ReplyDelete
    Replies
    1. How lovely to having it growing wild nearby. I am unfamiliar with it but from the images I can see online - I have a vague feeling I've seen in somewhere but can't put my finger on it!

      Delete
  16. It's always wonderful to find the one you like so much. I am sure you will find a great place to plant it.
    Have a wonderful sunday Angie.

    ReplyDelete
    Replies
    1. Marijke - I'm glad I held out, which really is unusual for me!

      Delete
  17. Lol....your detour was meant to be. Enjoy your new purchase. Merry Christmas & a Happy, Floral New Year too x

    ReplyDelete
    Replies
    1. It was obviously meant to be, that what I said too! All the best to you and yours too x

      Delete
  18. I love your story and that makes your finding even more special! It's always wonderful when you find that perfect plant...now the fun of finding the perfect spot. Merry Christmas and Happy Gardening!

    ReplyDelete
    Replies
    1. As I've already said, I'm so pleased I held out to find the one I really wanted - I think I have finally decided, well almost, on where it's going to go!

      Delete
  19. Mine is still small and has not flowered yet...I hope next year.

    ReplyDelete
    Replies
    1. I know how you feel Donna - I've waited ages on some shrubs flowering. Next spring should be the first time all my Camellias flowers, if judging by all the buds I have. I do hope you don't have such a long wait!

      Delete
  20. Hi Angie, what an enjoyable post to read. I am so happy for you that you found not only a witch hazel, but the exactly the one you were looking for. It certainly looks beautiful! Now I just keep my fingers crossed for you that it will do well in your garden! Happy Holidays!
    Christina

    ReplyDelete
    Replies
    1. Christina, thanks for that. A big thanks for wishing it well too. I just hope it reads these posts. Happy Holidays to you too!

      Delete
  21. My garden centre - I gaze longingly at dogwoods I have no room for and laugh at the dead plants in their sale section.

    ReplyDelete
    Replies
    1. Esther, I gaze longingly at lots of plants I can't have - my garden dreams are filled with 'if only' ;)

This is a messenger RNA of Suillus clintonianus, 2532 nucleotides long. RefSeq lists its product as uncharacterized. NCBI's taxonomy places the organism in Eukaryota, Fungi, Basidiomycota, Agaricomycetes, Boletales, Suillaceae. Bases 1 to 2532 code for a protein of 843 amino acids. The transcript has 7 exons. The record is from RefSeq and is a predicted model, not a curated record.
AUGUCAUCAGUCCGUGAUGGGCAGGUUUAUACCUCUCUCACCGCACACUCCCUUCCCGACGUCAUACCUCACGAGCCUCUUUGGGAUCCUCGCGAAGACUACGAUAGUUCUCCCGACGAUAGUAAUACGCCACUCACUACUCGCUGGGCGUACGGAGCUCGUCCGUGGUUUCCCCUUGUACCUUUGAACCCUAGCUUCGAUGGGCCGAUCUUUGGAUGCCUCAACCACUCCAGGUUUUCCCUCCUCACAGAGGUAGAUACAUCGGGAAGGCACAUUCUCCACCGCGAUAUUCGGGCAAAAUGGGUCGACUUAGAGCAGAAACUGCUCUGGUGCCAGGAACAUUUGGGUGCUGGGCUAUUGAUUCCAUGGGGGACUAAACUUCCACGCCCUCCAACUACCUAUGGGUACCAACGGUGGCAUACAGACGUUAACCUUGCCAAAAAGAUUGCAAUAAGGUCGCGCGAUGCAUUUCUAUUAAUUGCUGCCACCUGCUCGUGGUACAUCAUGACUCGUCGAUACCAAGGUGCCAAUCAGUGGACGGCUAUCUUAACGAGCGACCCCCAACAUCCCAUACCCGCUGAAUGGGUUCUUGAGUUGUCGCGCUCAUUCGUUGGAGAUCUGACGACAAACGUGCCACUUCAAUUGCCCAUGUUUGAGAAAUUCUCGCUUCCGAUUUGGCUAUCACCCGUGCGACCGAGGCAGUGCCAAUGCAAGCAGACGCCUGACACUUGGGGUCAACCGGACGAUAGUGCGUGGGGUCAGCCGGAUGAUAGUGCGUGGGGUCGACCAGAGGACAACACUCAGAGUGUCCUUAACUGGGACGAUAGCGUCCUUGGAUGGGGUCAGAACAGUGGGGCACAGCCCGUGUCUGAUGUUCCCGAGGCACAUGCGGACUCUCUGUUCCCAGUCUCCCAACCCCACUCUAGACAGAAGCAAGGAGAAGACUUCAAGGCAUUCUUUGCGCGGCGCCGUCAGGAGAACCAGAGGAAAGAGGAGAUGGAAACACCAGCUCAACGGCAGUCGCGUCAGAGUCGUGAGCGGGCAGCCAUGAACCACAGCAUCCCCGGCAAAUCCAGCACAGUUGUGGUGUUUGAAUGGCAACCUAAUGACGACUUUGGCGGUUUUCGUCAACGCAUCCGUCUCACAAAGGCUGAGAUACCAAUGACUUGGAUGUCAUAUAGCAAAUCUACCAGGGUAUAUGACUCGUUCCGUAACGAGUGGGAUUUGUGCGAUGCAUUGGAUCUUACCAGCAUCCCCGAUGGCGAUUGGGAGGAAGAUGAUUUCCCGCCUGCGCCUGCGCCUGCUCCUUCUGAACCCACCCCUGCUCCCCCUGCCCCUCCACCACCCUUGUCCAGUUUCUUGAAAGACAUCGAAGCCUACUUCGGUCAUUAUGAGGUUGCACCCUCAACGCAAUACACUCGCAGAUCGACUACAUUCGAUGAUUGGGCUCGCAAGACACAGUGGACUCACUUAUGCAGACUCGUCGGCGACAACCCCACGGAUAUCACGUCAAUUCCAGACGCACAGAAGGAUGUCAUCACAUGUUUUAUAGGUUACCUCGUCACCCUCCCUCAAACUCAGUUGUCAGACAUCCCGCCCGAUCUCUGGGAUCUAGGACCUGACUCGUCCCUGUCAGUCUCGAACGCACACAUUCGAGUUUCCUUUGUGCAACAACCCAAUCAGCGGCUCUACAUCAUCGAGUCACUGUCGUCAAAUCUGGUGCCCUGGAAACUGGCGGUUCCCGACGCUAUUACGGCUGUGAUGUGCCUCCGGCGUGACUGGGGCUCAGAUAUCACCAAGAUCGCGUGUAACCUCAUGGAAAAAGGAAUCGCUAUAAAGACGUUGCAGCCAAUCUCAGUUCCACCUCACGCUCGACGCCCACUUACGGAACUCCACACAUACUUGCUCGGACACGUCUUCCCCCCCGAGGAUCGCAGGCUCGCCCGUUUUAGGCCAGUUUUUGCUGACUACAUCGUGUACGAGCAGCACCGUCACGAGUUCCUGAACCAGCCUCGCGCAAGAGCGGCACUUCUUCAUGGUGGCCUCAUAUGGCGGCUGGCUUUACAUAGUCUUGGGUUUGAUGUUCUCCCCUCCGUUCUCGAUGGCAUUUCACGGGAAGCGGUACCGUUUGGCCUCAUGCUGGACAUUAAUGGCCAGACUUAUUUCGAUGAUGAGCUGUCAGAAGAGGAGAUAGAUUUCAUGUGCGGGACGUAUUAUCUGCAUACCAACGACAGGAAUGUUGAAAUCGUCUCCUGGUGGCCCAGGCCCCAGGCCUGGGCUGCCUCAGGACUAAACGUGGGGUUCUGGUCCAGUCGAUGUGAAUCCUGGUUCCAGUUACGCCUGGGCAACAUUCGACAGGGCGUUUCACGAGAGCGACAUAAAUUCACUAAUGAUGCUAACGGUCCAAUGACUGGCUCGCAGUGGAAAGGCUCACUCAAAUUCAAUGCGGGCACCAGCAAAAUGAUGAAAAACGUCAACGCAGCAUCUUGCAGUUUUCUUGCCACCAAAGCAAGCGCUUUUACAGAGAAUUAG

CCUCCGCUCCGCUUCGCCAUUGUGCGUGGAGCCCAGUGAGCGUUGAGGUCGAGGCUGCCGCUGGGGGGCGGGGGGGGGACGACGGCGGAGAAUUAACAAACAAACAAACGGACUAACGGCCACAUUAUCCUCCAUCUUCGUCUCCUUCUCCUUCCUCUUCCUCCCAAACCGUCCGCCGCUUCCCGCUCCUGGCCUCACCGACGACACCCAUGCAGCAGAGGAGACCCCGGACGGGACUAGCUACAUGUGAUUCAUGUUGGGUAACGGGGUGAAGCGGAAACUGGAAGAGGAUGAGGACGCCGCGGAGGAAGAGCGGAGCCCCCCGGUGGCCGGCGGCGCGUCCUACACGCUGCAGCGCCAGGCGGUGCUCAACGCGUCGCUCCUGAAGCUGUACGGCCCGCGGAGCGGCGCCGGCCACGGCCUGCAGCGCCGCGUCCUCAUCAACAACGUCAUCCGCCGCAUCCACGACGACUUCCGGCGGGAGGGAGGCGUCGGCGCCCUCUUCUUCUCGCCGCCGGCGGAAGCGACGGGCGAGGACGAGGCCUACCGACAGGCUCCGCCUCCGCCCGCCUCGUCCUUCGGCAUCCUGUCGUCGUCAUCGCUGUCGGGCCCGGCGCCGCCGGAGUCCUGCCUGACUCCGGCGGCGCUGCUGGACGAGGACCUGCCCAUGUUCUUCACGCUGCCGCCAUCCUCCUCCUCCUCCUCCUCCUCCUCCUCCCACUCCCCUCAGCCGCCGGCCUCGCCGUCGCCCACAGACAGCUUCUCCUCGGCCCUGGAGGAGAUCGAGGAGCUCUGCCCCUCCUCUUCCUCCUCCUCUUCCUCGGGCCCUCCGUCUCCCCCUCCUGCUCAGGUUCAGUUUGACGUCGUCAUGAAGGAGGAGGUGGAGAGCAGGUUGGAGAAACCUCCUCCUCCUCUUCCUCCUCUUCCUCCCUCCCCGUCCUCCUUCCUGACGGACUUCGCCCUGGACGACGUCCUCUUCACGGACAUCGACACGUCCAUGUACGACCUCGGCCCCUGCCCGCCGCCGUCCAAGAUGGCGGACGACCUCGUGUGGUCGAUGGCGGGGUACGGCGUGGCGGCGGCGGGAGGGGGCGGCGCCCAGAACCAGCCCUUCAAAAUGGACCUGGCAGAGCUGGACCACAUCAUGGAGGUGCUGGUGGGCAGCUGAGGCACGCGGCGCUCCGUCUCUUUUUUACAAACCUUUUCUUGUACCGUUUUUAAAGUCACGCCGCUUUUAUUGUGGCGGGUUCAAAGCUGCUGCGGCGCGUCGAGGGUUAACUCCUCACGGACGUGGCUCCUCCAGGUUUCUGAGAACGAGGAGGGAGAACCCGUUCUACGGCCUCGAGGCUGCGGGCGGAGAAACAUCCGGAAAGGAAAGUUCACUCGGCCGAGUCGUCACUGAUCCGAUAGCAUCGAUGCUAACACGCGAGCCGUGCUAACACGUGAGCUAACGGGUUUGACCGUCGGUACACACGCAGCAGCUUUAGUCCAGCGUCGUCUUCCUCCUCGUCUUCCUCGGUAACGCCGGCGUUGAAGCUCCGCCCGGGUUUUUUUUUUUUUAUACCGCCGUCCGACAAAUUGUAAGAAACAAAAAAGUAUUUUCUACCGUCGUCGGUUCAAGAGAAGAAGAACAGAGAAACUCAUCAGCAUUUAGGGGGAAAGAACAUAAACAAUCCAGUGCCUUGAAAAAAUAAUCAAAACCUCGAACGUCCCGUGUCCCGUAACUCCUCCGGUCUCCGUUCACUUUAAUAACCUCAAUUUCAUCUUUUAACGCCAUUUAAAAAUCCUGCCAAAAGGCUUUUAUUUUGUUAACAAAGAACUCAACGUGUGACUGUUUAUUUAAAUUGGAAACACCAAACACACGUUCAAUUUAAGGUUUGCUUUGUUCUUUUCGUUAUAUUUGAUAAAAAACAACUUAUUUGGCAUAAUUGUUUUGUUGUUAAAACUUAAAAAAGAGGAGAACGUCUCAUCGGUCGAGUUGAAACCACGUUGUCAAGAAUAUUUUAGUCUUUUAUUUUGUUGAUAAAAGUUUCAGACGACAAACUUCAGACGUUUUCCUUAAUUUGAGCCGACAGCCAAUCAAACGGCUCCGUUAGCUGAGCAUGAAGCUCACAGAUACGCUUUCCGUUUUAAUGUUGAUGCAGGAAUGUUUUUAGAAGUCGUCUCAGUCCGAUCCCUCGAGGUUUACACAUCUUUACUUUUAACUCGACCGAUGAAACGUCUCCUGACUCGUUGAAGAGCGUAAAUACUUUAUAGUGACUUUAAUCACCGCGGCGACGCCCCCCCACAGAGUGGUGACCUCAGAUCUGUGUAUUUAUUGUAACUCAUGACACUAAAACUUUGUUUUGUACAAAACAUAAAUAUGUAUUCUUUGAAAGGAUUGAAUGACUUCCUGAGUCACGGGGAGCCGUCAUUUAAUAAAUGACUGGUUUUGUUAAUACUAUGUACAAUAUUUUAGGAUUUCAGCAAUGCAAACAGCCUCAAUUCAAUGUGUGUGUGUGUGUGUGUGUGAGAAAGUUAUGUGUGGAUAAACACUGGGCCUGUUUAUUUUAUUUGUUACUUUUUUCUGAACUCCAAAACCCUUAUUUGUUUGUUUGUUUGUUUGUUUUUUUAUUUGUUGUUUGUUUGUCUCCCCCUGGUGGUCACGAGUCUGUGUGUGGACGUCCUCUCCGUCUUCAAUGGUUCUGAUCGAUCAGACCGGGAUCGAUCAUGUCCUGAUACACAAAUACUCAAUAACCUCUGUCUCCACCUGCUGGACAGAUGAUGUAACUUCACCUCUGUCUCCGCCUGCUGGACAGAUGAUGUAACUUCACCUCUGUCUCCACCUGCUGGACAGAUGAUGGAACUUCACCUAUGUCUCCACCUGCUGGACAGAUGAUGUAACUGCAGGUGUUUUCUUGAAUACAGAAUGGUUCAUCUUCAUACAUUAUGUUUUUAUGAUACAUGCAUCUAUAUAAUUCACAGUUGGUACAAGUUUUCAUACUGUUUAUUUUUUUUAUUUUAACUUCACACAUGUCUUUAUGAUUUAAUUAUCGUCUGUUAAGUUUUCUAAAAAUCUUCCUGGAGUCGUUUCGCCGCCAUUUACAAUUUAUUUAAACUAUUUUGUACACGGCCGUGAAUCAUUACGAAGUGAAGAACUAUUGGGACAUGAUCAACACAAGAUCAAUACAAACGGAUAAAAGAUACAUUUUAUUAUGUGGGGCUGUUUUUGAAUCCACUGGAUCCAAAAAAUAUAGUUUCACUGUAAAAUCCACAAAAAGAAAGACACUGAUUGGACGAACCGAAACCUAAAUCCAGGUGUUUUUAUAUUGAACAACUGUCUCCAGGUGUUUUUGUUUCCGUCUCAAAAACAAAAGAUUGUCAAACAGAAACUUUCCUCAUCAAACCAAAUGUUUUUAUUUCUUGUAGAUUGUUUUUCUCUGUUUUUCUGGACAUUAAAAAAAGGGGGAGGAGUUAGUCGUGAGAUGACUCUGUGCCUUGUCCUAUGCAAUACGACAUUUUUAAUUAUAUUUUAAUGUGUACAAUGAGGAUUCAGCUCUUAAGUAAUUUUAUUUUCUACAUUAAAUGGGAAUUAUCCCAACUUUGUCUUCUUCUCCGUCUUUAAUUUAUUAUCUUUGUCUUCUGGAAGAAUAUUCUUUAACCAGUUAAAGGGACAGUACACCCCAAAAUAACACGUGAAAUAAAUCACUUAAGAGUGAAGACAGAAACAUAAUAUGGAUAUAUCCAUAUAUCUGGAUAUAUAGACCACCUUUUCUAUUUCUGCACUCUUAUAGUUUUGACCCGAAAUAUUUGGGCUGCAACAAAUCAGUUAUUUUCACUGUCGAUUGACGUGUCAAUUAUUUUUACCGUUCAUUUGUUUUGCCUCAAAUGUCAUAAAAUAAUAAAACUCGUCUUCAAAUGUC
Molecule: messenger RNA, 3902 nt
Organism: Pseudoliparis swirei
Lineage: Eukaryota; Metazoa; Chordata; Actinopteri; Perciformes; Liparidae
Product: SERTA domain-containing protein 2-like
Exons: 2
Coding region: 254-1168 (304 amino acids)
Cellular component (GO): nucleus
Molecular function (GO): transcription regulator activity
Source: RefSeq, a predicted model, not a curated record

Odd you should mention dead plants in the sale section. I had a quick scoot around a major GC chain on Sunday and their sale section was full to bursting with obviously dead plants. Odd! Even I'm not that naïve but there must be some that do buy these offerings.

      Delete
  22. The loud Christmas playing on the PA of every store you walk into brings out my inner scrooge as well. Enjoy your witch hazel - sounds like a winner!

    ReplyDelete
    Replies
    1. Tell me about it Jason! My mother is a nightmare in stores at this time of the year. If I didn't know any better I'd have said Dickens must have met her as some point in his life!

      Delete
  23. Good choice, Angie! I have H. Diane and H. mollis which I both love dearly and they're not fussy one bit. Have you ever been to the Arboretum Kalmthout in Belgium? They have a large Hamamelis collection and the De Belders bred a lot of the now well known, treasured cultivars there. You'd be in heaven :)

    ReplyDelete
  24. I hope your brother doesn't read this blog :-P. Uh! you are lucky to find your plant; I never find them in local stores. And, always need to order. Let us know how everything goes with witch hazel.

    ReplyDelete
  25. That is a really beautiful witch hazel. I have one that has orange flowers, I'm not sure of the name, it might be Jelena, but it might be something else. I hope it grows well for you. Thanks for the comment you left after visiting my blog, Bonney Lassie. My cultural heritage here in the U.S. is Scottish, my mom was born in Glasgow, and my husband is English, but he grew up in Edinburgh and went to the University of Edinburgh. So when we moved to the town Bonney Lake, I decided to call my blog Bonney Lassie.

    ReplyDelete

Your comments are appreciated. My blog is currently experiencing issues with some readers reporting problems when posting their comments. Please bear with me whilst I try to rectify the problem.
I have temporarily switched on word verification. I apologise for this, personally, I don't like it either, I am hoping this may help.